I am wondering how can I split my research into two or more research article. I heard that there's a type of papers that called revisiting which basically relies on previous work with some enhancements.

The question is what's the structure for the revisiting paper and what's the structure for the revised paper and what are the differences between them.


Although you can split a paper in two, it is often not the best choice, known as salami publication.

There are, of course, papers revisiting a certain topic, sometimes tens or hundreds years after the first publication. Revisiting a topic is not the same, as simply splitting a paper in two. There is no specific structure for a revisiting paper - the term refers to its relation with previous research only.

In academic publishing, we call a revised paper a version of the manuscript which underwent a peer review process (i.e. in a journal), received feedback and was already corrected (revised) based on the feedback from peers. This term refers to the stage of the publication process and not to the structure or purpose of the paper.

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  • Note that the concept of "salami publication" is not universally acknowledged, but seems to be specific to empirical fields. The website you cited defines the concept as "a publication of two or more articles derived from a single study" -- in theoretical science, for example, there is no concept of "studies". – lighthouse keeper Sep 6 '19 at 9:11

Revisiting papers

These are papers that are examining a topic from the past (probably years), and then providing new insights, a review, or new data/experiments/whatever that puts the old stuff in a new light. As pretty much all scienctific papers are in the business of "new insights", one might ask the question why does such a thing like "revisiting" paper even exist. In some fields there are certain topics that have been neglected, for various reasons. Then it is appropriate to do something like this. Usually the people who write a "revisiting" paper are experts in the field with years of experience.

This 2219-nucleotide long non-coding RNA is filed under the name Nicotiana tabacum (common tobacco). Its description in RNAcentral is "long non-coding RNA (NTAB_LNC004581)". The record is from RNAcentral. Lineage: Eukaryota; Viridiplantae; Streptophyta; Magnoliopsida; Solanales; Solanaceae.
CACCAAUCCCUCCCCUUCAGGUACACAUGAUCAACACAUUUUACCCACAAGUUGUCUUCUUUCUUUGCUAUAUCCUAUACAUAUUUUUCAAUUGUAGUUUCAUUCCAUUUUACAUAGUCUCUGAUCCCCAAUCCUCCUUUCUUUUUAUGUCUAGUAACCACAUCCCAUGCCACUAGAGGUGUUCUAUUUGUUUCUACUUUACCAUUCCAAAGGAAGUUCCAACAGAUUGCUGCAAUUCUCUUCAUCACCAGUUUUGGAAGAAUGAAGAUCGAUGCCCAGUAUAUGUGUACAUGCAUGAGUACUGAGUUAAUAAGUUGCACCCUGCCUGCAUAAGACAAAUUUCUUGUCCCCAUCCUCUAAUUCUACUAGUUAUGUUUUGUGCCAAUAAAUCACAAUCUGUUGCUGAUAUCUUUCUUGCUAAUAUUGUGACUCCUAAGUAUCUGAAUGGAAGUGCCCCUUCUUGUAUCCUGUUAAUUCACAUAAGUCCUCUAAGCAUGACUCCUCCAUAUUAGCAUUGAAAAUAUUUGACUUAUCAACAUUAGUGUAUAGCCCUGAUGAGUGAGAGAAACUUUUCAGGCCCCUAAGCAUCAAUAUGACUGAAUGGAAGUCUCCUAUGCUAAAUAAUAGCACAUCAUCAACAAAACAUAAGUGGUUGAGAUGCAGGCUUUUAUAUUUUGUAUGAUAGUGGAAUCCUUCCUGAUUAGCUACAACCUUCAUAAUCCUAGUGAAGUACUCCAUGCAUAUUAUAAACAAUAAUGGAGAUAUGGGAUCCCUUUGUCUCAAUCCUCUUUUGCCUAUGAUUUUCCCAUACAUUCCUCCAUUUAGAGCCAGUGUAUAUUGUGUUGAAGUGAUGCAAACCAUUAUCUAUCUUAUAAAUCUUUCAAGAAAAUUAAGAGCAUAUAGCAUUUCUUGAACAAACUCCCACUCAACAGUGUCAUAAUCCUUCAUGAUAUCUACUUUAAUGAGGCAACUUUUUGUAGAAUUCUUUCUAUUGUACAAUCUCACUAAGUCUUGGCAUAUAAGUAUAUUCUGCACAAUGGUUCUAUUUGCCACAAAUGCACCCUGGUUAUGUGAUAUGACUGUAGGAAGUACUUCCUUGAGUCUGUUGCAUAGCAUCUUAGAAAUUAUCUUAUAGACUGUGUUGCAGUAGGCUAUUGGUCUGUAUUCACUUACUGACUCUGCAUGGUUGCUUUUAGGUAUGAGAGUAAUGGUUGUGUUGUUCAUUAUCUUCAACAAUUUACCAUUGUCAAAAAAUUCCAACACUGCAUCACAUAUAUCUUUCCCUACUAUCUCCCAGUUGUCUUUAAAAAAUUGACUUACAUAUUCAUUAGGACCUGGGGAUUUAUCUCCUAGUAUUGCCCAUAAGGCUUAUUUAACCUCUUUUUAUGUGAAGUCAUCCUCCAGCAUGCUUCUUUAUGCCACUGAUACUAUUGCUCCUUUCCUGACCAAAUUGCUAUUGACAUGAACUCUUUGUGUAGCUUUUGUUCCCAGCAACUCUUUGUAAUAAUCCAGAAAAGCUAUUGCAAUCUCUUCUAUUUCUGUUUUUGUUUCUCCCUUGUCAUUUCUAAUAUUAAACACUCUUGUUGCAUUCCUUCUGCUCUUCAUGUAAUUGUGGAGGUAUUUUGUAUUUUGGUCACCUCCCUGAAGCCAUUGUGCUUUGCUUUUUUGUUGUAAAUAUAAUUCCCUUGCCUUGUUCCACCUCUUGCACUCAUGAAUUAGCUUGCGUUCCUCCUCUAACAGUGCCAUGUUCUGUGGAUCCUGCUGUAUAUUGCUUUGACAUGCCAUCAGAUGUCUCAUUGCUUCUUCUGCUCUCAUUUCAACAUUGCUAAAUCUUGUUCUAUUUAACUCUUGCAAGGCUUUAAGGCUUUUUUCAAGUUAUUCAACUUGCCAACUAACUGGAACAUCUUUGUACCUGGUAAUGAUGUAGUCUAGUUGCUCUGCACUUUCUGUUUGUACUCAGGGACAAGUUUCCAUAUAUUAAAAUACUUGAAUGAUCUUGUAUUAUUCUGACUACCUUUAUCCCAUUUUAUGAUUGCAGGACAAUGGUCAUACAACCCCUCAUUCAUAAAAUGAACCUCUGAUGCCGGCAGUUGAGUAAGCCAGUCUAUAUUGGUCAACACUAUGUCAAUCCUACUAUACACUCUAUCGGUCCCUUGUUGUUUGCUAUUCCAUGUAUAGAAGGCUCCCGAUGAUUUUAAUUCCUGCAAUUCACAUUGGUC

Revising a paper

Just an ordinary process of peer review, that (almsot) every paper goes through. You submit a paper to a journal, it goes to review, and comes back with a list of issues the reviewers had. You revise the paper in order to address the issues and make the paper suitable for publication.

Both of these things are unrelated to your wish to split your research into two papers or more.

Some of the criteria to decide whether to split you research are:

  1. Is the research in its current "one paper" form too long compared to other similar papers in similar journals?
  2. Are there several main ideas in the research that each one can be in a paper of its own?
  3. Is the research such that different aspects of it are relevant to researchers in different fields, such that it is appropriate for publication in different journals?

If you want to split your research just for the sake of having more papers, do not do it. It's called "salami slicing" (see the other answer here) and is usually frowned upon because it is a waste of everybody's time.

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  • Thanks a lot for the explanation however, I found some papers in my field, authors have re-implement old algorithms and re-publish it again with some enhancements, for instance, this article "Revising Max-Min for Scheduling in a Cloud Computing Context" link, So, that was my concern about the revising. – M Ala'anzy Sep 6 '19 at 12:41

In my research area, software engineering, the concept of "revising/revisiting article" is not standard terminology.

There is, however, a very similar concept: the publication of extended versions. An extended version extends a paper by adding some new material. The extended version is always published in a journal, whereas the original paper may have been published in conference or workshop proceedings (which are legitimate publication venues in my area).

Almost all journals accept submissions of extended versions. They explicitly specifiy the amount of required material for an extended version (typically between at least 25% to 40%) and the nature of the extension. Some journals may be fine with adding more details (like a more detailed proof to a theorem), whereas other journals will require substantial new contributions (like a significantly extended empirical evaluation).

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